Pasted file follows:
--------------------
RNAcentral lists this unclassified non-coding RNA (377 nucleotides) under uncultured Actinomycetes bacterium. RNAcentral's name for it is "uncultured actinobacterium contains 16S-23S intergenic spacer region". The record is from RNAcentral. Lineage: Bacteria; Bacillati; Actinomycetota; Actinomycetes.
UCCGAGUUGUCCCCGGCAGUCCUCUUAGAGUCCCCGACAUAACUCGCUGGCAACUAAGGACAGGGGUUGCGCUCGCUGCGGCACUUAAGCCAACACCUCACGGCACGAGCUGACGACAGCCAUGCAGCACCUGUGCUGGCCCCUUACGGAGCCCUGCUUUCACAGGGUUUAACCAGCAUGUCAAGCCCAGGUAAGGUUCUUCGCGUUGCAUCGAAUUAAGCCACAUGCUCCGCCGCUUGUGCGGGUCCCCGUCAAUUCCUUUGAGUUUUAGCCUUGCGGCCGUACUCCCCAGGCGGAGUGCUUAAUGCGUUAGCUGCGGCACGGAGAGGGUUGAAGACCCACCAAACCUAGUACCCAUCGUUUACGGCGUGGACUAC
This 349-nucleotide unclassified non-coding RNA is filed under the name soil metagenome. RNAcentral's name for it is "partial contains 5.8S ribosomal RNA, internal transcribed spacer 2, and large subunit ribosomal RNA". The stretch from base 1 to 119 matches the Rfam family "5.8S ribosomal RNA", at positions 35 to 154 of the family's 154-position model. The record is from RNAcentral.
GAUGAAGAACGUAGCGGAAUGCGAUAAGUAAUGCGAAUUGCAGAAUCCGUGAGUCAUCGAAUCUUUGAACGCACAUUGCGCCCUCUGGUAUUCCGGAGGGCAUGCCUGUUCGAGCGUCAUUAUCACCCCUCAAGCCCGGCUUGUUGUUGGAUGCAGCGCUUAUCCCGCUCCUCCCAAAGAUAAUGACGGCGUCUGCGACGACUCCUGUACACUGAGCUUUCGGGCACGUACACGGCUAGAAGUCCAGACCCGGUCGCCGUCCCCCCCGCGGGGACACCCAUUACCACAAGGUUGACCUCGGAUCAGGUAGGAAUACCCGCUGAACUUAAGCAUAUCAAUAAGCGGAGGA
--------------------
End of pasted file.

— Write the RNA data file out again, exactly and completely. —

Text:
RNAcentral lists this unclassified non-coding RNA (377 nucleotides) under uncultured Actinomycetes bacterium. RNAcentral's name for it is "uncultured actinobacterium contains 16S-23S intergenic spacer region". The record is from RNAcentral. Lineage: Bacteria; Bacillati; Actinomycetota; Actinomycetes.
UCCGAGUUGUCCCCGGCAGUCCUCUUAGAGUCCCCGACAUAACUCGCUGGCAACUAAGGACAGGGGUUGCGCUCGCUGCGGCACUUAAGCCAACACCUCACGGCACGAGCUGACGACAGCCAUGCAGCACCUGUGCUGGCCCCUUACGGAGCCCUGCUUUCACAGGGUUUAACCAGCAUGUCAAGCCCAGGUAAGGUUCUUCGCGUUGCAUCGAAUUAAGCCACAUGCUCCGCCGCUUGUGCGGGUCCCCGUCAAUUCCUUUGAGUUUUAGCCUUGCGGCCGUACUCCCCAGGCGGAGUGCUUAAUGCGUUAGCUGCGGCACGGAGAGGGUUGAAGACCCACCAAACCUAGUACCCAUCGUUUACGGCGUGGACUAC
This 349-nucleotide unclassified non-coding RNA is filed under the name soil metagenome. RNAcentral's name for it is "partial contains 5.8S ribosomal RNA, internal transcribed spacer 2, and large subunit ribosomal RNA". The stretch from base 1 to 119 matches the Rfam family "5.8S ribosomal RNA", at positions 35 to 154 of the family's 154-position model. The record is from RNAcentral.
GAUGAAGAACGUAGCGGAAUGCGAUAAGUAAUGCGAAUUGCAGAAUCCGUGAGUCAUCGAAUCUUUGAACGCACAUUGCGCCCUCUGGUAUUCCGGAGGGCAUGCCUGUUCGAGCGUCAUUAUCACCCCUCAAGCCCGGCUUGUUGUUGGAUGCAGCGCUUAUCCCGCUCCUCCCAAAGAUAAUGACGGCGUCUGCGACGACUCCUGUACACUGAGCUUUCGGGCACGUACACGGCUAGAAGUCCAGACCCGGUCGCCGUCCCCCCCGCGGGGACACCCAUUACCACAAGGUUGACCUCGGAUCAGGUAGGAAUACCCGCUGAACUUAAGCAUAUCAAUAAGCGGAGGA